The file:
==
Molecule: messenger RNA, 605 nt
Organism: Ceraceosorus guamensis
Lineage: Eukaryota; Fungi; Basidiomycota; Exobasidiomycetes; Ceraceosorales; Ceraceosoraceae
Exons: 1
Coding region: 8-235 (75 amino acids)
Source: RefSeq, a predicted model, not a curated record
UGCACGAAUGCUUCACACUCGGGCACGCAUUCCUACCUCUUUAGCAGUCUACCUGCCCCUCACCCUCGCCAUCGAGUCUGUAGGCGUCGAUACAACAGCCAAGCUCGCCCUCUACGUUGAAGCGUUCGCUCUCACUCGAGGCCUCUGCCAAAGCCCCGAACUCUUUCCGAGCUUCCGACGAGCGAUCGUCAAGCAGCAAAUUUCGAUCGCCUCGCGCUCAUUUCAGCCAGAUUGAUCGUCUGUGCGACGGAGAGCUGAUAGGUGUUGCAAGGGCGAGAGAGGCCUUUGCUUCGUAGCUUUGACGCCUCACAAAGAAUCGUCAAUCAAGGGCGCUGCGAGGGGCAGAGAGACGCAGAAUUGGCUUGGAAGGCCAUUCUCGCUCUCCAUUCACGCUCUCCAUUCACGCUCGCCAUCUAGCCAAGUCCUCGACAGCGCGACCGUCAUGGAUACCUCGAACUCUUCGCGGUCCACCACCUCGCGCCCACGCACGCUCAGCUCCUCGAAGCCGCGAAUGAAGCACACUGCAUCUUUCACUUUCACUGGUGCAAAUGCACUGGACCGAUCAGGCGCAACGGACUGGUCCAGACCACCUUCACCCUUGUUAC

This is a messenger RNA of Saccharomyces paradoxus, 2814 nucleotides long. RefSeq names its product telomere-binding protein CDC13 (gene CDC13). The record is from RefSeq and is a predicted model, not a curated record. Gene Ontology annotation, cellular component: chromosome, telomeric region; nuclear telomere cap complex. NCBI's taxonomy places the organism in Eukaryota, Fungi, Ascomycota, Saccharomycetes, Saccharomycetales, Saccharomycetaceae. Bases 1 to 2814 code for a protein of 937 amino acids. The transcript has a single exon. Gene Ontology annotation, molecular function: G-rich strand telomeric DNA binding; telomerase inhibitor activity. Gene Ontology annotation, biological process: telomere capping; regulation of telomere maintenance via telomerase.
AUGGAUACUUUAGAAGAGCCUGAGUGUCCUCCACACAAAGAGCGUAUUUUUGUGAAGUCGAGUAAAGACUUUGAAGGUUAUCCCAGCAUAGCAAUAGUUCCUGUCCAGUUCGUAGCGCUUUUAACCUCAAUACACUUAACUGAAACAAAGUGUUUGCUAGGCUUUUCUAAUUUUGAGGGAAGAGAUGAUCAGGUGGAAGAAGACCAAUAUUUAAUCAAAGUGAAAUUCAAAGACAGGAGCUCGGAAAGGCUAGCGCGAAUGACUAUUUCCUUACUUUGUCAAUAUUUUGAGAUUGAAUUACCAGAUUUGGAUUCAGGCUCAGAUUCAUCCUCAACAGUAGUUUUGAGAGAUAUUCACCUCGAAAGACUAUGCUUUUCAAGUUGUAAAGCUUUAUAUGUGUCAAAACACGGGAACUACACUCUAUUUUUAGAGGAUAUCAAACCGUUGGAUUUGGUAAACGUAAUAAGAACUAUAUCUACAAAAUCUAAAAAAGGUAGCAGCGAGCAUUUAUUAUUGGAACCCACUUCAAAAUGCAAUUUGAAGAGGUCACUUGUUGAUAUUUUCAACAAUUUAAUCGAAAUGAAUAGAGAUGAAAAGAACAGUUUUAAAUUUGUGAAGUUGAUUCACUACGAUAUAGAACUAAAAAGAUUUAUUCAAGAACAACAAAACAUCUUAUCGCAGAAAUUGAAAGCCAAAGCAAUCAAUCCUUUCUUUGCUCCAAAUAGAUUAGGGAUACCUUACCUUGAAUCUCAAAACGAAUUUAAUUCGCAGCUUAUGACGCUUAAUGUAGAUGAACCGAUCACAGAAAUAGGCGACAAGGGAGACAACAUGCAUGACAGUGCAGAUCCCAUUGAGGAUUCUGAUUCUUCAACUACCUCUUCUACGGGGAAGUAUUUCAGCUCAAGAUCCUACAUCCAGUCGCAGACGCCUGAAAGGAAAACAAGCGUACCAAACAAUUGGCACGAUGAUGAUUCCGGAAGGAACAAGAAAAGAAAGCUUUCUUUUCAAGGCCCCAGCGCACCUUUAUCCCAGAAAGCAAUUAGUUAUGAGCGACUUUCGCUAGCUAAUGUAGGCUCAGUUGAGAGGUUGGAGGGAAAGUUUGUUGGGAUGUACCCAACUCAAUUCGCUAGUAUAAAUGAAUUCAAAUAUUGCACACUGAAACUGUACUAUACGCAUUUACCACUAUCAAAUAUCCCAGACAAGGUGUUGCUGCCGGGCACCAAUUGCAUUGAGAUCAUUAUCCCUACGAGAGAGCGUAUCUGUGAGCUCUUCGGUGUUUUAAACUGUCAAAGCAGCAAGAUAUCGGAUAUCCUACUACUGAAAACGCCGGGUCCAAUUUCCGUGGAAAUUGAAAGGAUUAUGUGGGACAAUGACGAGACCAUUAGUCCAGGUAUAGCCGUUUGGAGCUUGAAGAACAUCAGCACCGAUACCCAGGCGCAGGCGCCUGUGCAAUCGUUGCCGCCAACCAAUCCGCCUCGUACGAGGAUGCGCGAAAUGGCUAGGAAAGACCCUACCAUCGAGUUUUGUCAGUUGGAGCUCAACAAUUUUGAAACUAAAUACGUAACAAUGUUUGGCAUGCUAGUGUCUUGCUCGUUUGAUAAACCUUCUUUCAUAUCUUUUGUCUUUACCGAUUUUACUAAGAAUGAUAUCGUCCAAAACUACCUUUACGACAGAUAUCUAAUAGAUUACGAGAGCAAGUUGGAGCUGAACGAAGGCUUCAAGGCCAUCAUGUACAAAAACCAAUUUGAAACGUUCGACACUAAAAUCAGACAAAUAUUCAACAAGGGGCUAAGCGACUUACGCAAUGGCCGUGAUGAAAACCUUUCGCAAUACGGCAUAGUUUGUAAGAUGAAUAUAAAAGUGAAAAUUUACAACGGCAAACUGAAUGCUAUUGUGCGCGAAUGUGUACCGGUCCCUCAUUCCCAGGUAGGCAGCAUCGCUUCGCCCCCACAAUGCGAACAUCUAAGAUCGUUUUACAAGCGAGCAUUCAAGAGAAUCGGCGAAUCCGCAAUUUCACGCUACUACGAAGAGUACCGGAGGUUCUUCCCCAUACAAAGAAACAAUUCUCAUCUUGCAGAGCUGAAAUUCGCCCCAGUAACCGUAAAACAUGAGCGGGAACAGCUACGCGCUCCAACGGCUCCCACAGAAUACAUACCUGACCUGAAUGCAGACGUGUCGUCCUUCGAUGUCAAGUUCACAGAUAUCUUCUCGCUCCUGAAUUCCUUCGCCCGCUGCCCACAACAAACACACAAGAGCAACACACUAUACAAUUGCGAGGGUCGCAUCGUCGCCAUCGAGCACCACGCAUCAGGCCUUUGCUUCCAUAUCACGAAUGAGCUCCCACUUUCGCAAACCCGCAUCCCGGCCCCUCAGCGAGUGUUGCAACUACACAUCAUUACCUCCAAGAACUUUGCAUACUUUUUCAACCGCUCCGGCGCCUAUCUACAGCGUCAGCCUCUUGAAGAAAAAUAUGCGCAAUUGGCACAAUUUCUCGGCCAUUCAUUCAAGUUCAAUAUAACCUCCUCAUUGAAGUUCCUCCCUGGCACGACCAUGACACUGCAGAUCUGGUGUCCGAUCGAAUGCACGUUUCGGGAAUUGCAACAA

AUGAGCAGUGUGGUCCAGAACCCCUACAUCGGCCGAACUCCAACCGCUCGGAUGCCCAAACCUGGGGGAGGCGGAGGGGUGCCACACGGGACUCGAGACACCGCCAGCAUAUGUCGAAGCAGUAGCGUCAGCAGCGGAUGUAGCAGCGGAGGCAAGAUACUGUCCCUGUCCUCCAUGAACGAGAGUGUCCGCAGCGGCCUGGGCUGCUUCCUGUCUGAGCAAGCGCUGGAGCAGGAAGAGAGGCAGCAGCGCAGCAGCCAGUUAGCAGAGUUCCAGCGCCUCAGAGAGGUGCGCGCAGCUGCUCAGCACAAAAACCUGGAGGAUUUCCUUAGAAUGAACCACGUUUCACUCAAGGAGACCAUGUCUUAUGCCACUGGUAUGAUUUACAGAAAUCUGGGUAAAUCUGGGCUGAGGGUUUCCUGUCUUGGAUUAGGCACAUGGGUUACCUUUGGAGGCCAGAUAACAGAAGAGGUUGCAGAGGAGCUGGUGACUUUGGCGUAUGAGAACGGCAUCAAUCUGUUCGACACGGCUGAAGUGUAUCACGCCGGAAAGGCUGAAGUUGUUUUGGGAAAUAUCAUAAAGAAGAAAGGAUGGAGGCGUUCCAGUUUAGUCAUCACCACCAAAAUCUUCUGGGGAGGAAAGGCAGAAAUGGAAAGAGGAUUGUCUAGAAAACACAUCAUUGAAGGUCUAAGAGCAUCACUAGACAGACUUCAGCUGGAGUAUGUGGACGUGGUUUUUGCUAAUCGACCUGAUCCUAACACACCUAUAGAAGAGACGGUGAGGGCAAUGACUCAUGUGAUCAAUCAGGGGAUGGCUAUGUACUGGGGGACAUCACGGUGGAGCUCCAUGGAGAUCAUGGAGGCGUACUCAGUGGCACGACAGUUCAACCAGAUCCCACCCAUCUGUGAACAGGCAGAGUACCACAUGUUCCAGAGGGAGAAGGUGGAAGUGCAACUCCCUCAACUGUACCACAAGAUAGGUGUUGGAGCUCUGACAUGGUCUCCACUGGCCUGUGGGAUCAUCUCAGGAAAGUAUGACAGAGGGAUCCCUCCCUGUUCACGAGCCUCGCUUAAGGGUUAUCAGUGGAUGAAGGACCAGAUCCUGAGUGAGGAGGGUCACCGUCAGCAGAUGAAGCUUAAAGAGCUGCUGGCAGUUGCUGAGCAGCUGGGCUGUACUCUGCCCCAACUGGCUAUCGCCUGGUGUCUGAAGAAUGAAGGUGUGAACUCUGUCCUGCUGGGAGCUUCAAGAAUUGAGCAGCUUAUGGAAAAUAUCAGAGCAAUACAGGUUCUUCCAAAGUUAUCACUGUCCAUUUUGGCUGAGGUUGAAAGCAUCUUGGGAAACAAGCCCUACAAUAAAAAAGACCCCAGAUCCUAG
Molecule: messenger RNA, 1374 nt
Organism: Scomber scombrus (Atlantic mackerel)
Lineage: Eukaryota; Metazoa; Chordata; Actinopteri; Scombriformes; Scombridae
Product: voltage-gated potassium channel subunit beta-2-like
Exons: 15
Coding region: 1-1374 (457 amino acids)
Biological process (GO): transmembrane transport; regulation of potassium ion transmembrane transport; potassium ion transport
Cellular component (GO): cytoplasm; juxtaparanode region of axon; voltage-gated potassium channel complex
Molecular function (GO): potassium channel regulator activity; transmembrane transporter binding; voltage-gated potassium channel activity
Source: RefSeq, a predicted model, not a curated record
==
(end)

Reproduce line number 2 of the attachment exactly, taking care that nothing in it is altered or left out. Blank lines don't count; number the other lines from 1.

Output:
Organism: Ceraceosorus guamensis